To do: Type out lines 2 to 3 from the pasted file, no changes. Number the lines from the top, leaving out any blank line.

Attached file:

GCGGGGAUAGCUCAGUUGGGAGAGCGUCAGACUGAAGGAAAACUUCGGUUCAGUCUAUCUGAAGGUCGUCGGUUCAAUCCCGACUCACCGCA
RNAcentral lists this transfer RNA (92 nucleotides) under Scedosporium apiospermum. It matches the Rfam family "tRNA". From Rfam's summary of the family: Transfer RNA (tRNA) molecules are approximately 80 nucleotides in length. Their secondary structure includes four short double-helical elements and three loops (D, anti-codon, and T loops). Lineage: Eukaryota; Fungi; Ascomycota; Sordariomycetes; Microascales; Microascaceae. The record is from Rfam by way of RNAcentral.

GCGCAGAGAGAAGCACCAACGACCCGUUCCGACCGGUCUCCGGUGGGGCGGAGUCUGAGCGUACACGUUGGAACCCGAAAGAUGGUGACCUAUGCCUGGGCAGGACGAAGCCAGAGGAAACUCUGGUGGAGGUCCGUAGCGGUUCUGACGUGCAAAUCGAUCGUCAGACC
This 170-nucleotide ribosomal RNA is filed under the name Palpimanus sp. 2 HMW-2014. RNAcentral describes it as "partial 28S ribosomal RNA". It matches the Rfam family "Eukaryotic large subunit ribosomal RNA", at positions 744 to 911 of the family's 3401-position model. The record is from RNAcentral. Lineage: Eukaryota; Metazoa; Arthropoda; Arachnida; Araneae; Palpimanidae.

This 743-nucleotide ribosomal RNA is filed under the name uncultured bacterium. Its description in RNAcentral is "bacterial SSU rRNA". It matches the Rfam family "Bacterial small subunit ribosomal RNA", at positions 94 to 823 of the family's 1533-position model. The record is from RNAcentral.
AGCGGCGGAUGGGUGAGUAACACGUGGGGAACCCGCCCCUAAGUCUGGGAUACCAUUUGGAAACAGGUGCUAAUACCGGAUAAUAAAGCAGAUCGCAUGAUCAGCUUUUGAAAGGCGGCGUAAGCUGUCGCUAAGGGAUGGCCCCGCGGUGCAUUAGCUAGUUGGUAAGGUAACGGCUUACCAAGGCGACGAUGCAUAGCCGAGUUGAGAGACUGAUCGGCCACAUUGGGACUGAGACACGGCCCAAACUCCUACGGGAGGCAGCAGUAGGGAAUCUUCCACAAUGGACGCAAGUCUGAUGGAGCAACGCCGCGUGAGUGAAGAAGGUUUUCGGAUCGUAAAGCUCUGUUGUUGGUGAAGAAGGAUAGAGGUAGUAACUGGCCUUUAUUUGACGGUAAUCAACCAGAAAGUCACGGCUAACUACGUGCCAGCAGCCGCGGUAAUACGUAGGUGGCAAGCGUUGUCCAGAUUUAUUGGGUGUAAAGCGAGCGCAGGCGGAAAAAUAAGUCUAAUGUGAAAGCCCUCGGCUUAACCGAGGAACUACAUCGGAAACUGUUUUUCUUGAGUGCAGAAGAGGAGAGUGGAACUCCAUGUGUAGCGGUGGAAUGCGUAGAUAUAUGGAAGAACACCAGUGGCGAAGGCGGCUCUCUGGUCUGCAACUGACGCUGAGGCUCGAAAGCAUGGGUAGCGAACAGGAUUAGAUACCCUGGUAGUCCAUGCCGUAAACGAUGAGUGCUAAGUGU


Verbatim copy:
RNAcentral lists this transfer RNA (92 nucleotides) under Scedosporium apiospermum. It matches the Rfam family "tRNA". From Rfam's summary of the family: Transfer RNA (tRNA) molecules are approximately 80 nucleotides in length. Their secondary structure includes four short double-helical elements and three loops (D, anti-codon, and T loops). Lineage: Eukaryota; Fungi; Ascomycota; Sordariomycetes; Microascales; Microascaceae. The record is from Rfam by way of RNAcentral.

GCGCAGAGAGAAGCACCAACGACCCGUUCCGACCGGUCUCCGGUGGGGCGGAGUCUGAGCGUACACGUUGGAACCCGAAAGAUGGUGACCUAUGCCUGGGCAGGACGAAGCCAGAGGAAACUCUGGUGGAGGUCCGUAGCGGUUCUGACGUGCAAAUCGAUCGUCAGACC